The 1991 animated film Beauty and the Beast is one of Disney’s most revered classics. It’s a masterpiece. So when a live-action remake was announced, it was all but certain that it was going to pale in comparison. And it turning out to be something superior is an impossibility. Hence, since it would be a lesser film no matter what it does, there’s only one approach left for it to take to avoid being a hated remake; that is, to essentially duplicate as much of the immaculate essence of its source material as it could – meaning it should retell the animated classic in live-action form down to a T.
That’s exactly what the live-action Beauty and the Beast smartly does. It executes the original movie’s notable sequences and key musical numbers with minimal deviation. Except for the addition of a few extra plot points, scenes, and songs, the movie is generally a beat-for-beat live-action reproduction of the animated movie, as many scenes are conveyed shot-for-shot and many lines are delivered word-for-word.
And it worked! When a gorgeous imitation is based on an embodiment of perfection, it might not be as perfect as the original, but it’s still gorgeous. A well-shot photograph of the Grand Canyon won’t be as glorious as the actual Grand Canyon, but it’s still beautiful to look at. The original animated movie is the Grand Canyon, and the live-action remake is the gorgeous photograph.
In fact, it is when the times the movie tries to do something different that its quality starts to dip. Belle is already one of the best-layered Disney Princesses, and yet she is given this distracting, pointless backstory that doesn’t add anything to her character. There’s also repeated emphasis to articulate that the Beast has a mean personality because he had daddy issues. They’re just there to add additional drama, but they failed to lead to anything notably rewarding. Rather, I found them annoying. In addition, the new song numbers aren’t that impactful either.
Visually, the movie is sumptuous to behold. It can’t match the glorious aesthetics of the animated film, but there’s an admirable effort to be meticulous and exquisite.
The CGI work on the Beast is particularly fantastic and realistic. Seeing him go all adorably awkward or helplessly in love with Belle is extremely charming. I’m not sure if this can be entirely attributed to the CGI or actor Dan Stevens deserves as much credit. If it’s the latter, then kudos to him.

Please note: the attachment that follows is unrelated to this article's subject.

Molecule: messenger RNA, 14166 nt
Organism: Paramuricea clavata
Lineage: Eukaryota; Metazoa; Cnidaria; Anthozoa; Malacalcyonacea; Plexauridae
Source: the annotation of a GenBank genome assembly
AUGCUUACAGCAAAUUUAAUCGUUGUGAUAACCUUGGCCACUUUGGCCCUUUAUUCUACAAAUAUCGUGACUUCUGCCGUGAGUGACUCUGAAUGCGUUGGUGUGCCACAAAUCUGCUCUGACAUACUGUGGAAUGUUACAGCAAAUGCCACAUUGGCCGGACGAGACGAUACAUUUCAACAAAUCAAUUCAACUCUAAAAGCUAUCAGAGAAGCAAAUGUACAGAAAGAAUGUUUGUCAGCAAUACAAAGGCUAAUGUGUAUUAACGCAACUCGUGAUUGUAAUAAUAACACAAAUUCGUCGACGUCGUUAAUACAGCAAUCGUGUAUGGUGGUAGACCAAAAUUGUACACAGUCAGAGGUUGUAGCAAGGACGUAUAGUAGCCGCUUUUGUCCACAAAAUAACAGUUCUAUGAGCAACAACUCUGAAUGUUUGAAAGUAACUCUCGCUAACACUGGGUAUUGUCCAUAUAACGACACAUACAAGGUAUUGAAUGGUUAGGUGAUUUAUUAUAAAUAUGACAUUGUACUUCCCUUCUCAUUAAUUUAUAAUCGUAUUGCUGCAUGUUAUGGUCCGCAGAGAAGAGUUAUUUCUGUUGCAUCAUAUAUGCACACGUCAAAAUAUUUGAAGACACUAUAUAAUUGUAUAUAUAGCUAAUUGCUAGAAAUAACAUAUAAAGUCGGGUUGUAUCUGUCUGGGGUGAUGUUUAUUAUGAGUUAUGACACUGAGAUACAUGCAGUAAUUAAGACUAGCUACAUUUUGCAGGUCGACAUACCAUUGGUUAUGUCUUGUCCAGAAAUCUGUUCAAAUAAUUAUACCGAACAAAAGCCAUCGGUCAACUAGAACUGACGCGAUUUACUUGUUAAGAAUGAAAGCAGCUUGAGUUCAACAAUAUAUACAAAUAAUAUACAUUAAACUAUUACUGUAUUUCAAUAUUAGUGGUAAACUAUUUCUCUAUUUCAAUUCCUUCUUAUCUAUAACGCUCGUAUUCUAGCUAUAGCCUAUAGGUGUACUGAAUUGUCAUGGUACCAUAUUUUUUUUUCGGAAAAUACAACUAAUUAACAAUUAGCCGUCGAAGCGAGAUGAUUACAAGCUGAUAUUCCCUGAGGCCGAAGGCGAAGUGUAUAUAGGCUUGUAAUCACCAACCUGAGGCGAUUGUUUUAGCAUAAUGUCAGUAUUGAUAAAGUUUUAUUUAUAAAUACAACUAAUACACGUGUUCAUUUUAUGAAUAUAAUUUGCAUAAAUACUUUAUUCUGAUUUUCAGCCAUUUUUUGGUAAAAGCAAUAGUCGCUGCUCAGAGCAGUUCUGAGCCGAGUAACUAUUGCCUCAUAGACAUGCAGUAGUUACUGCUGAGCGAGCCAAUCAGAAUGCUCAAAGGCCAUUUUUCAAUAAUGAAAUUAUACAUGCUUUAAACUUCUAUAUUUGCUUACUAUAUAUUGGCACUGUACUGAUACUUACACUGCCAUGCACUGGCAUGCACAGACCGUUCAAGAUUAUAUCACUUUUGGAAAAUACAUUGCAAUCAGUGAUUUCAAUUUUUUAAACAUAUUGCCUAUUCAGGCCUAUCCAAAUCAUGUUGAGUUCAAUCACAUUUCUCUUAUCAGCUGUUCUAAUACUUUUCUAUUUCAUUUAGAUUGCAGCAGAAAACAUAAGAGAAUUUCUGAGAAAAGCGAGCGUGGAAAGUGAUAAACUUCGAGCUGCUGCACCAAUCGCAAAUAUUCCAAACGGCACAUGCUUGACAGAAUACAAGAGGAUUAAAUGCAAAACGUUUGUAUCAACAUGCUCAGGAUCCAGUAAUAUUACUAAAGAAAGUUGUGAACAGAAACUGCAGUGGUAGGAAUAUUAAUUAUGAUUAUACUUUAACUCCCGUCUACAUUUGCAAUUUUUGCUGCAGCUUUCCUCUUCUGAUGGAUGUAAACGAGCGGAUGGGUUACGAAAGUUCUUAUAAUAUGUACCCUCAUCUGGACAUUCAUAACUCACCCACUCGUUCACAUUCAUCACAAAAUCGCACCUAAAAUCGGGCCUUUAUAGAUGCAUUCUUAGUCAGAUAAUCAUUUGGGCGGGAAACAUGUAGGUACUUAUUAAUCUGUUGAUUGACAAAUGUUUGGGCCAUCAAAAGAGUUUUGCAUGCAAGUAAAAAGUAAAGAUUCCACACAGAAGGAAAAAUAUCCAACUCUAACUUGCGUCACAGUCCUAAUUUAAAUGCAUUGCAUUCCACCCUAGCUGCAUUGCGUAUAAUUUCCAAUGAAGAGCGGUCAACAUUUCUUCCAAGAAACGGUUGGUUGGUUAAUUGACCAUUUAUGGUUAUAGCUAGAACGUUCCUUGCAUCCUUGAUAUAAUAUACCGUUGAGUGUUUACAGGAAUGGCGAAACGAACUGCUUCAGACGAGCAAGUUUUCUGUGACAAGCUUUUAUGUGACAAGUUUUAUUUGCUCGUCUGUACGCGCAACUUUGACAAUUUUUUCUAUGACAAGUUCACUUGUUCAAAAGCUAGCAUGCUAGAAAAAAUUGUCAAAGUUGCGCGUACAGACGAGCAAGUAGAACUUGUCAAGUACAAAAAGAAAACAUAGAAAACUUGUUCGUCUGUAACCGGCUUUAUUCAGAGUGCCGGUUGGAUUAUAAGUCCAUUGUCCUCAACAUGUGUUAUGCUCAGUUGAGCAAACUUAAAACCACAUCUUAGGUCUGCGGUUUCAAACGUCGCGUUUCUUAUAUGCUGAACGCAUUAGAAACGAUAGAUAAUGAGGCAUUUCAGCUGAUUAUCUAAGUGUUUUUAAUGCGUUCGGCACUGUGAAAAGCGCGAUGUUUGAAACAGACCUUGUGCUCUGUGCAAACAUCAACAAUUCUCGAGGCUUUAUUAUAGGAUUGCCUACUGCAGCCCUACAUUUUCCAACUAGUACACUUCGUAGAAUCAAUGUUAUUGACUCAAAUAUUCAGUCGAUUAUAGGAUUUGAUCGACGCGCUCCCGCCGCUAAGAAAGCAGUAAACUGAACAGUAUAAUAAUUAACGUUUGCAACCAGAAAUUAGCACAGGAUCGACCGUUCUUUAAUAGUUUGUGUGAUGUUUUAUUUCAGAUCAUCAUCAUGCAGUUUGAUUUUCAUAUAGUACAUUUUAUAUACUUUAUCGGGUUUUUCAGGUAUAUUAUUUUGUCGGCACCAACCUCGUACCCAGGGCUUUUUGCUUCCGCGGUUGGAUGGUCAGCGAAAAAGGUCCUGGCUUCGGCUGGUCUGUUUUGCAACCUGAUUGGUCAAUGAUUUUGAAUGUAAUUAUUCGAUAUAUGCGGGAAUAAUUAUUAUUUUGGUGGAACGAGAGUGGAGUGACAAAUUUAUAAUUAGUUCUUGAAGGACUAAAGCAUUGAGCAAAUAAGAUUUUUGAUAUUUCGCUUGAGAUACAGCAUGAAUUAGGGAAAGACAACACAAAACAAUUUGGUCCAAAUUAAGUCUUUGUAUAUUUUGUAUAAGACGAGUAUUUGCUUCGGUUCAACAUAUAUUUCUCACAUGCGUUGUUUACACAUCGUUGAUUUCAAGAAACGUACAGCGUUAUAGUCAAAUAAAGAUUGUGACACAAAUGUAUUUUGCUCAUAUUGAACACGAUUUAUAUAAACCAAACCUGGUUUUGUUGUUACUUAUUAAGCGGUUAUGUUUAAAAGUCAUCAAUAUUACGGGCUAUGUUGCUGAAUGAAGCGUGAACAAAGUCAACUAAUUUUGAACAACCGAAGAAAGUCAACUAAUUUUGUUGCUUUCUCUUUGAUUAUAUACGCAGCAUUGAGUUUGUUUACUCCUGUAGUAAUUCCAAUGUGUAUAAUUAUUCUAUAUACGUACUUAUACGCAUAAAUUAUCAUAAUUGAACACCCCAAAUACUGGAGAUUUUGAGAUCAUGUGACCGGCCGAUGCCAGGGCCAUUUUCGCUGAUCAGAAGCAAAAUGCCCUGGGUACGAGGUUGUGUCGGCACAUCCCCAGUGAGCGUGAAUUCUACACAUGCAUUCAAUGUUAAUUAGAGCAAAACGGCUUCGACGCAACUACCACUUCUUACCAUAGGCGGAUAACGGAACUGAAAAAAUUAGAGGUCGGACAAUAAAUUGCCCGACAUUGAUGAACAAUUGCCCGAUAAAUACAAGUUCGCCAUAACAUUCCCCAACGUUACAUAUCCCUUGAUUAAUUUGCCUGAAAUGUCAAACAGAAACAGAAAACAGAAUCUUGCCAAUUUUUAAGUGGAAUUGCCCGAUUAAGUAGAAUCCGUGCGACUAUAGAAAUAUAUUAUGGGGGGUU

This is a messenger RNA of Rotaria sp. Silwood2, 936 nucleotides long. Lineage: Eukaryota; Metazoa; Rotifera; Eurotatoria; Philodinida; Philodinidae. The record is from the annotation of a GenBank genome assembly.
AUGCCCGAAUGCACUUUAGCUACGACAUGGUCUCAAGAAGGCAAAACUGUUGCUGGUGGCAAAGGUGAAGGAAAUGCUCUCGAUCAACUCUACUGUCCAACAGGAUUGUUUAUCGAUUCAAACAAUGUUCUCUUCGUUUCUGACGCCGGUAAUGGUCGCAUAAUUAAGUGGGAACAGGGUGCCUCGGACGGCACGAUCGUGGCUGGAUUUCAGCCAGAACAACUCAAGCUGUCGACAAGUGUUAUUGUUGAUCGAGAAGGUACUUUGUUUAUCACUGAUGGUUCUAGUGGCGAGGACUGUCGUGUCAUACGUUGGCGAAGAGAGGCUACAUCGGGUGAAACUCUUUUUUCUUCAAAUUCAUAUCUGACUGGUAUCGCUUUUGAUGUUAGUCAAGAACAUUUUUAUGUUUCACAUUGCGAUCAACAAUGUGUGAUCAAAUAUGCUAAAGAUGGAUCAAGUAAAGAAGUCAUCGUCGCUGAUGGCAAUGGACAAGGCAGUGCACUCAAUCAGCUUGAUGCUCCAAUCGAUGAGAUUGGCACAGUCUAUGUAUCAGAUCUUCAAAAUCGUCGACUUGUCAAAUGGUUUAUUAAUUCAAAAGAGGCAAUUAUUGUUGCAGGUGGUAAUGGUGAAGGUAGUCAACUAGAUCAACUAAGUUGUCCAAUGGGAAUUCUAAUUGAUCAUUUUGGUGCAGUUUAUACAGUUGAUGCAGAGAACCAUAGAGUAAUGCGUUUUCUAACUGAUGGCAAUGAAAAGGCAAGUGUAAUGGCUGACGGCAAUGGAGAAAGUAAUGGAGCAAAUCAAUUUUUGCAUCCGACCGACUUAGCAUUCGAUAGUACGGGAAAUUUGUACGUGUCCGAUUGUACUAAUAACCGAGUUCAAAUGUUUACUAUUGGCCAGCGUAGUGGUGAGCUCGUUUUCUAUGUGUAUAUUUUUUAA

The cast is a delight. Sure, what’s easily noticed about this movie is Emma Watson – the Emma Watson, Hermione Granger herself – as Belle. She’s great, but she’s not quite the best thing about this movie. Though they mostly did voice work for this movie, I was thrilled of the excessive talent that made up the Beast’s ensemble of servants: Ewan McGregor as Lumière, Ian McKellen as Cogsworth, Emma Thompson as Mrs. Potts, Gugu Mbatha-Raw as Plumette, Stanley Tucci as Maestro Cadenza, and Audra McDonald as Madame de Garderobe. Kevin Kline, as Belle’s father, also displayed subtly impeccable comedic timing and dramatic handle.
But the greatest thing in this movie is Luke Evans, who is a magnificent bastard of a Gaston. He flawlessly played the “villain you’d love to hate (and punch)” persona. The funniest moments of this movie are when Gaston goes overly narcissistic and smug, celebrating how much of an “amazing” person he supposedly is. (There’s also this scene where Le Fou calms an enraged Gaston by telling him to think of his “happy place”, which happens to be when he was still a soldier at war. How hilariously absurd this Gaston is!)
So, overall, Beauty and the Beast is another continuation of Disney’s “live-action remake” winning streak (I’m most excited about Mulan now). And, again, it’s a success because it just replicates its source material. However, there’s also a sense of trickery at play there. Yes, this movie had me smiling. It gave me the feels. But, come to think of it, I felt this way towards it because it was simply channelling a beloved classic. I was smiling because of sequences and songs I’ve been fondly familiar with for years. I had the feels because the love story of Beauty and the Beast (the animated one) has always had such effect on me, as I consider it the greatest romantic movie of all time. So the live-action remake just essentially re-directed what love I had for the original to itself.
I enjoyed watching Beauty and the Beast (live-action remake) because I’ve always loved re-watching Beauty and the Beast (the original animated movie). Since the former was replicating the latter, then it was as if I was just re-watching the latter for the nth time. I was manipulated.
In this sense, then, though Beauty and the Beast is a beautiful remake, it’s also a fundamentally unnecessary one. If watching it is basically like watching the original animated movie – a cinematic masterpiece – then isn’t it much more rewarding to just go watch the original again?